These are the notes for our interactive May 10 clinic on Landing Pages. The recording of the event will be posted here in a few days.
If you are participating in the live teleclinic, we will ask you to refresh your page several times through the call as we add data and other notes. Data will appear below this sentence.
|Conversion Rate Trends|
|Months with Added Media Attention|
|Landing Page Copy Optimization|
|Month||Clicks||Sales||Conversion||Monthly Change in Conversion|
1. Continue to test. What works one month may not continue to work as the market evolves. Do not become complacent in your success.
2. Develop a marketing schedule. Our merchandising calendar and marketing blueprint may be useful here.
3. Use your web metrics system to pinpoint the channels, keywords, ad copy, and landing pages that were producing the majority of your sales. If you keep track of trending on those pages, you will be able to identify specifically where many declines are taking place. Many times we discover that a specific source of traffic such as one of the major search engines (Google, Yahoo!, MSN) has changed their search rankings, and traffic on key terms is no longer ranked as high as it was, so the overall conversion average goes down.
4. Monitor your paid advertising placement. Staying on top of competitors, especially in saturated markets is essential and can be detrimental to your business if they are not constantly monitored. The old 80/20 rule comes into play as many campaigns drive 80% of their traffic from 20% or less of the keywords. If bids change, placement changes, or there is more competition your traffic will be nibbled away slowly but surely.
5. Build your email list and relationships with customers. Your customer list is one source of traffic that is not affected by competition in the marketplace, paid advertising, or natural search engine results. Continuing to build your list and market to customers you already have is one of the best ways to minimize the peaks and valleys in your conversion rates.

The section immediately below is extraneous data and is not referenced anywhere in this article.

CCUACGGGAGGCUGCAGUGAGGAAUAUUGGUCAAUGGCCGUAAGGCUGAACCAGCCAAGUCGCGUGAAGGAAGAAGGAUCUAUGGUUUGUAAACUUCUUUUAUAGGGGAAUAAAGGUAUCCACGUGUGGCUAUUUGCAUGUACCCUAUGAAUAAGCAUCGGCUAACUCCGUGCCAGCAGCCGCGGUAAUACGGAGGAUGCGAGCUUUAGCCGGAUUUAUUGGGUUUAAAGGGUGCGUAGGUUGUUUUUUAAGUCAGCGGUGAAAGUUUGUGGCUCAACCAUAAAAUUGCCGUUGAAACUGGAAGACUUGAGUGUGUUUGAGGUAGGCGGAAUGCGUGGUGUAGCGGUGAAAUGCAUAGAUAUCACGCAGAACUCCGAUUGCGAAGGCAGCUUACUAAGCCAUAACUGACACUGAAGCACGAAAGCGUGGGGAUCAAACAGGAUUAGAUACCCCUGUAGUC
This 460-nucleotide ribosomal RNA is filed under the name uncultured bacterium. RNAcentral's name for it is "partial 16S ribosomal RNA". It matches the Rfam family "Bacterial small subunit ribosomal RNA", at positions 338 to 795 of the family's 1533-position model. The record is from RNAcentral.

6. Analyze your search logs. If you see significant changes in your conversion, many times analyzing searches performed on your site will provide evidence to what might be causing the decline. If you are a retailer, for example, you may discover that people are searching for a specific product that has been discontinued and is no longer available. If that was a top selling product and you do not have a suitable replacement, then in many cases you just lost a key source of revenue.
7. Review your product mix to see if certain product types or definable categories have slowed specifically. Many times, an “unnatural” increase or reduction in conversion will be very specific to a product, ad campaign, etc. whereas seasonal and behavioral changes are spread out more evenly across your product line or offering.
8. However well your page is doing, test and create new versions of the page in advance of any decline in conversions. Also, broaden your sources of traffic across the new pages. If you depend on PPC alone for high conversions, you are vulnerable to competition and increasing bid prices. But if you have a back-up page that is attracting organic search traffic, for example, it can make up for any losses experienced by the PPC page. Strong organic search pages appear to be far less susceptible to loss in traffic and declining conversion rates.
9. Conduct an analysis of your competitors once every six months. This will help you understand what your competitors are doing well, and why they may be taking sales away from you.
Become Professionally Certified in Online Testing! We have just 12 spots left for the upcoming certification course starting on June 15. If you have not yet enrolled, and are planning to, you may do so here.
- National Alert Registry
- Online Competitive Analysis
- Merchandising Calendar
- 2006 Marketing Blueprint
- 2006 Marketing Blueprint in Practice
- Hansens Clothing
- Seth Godin’s Blog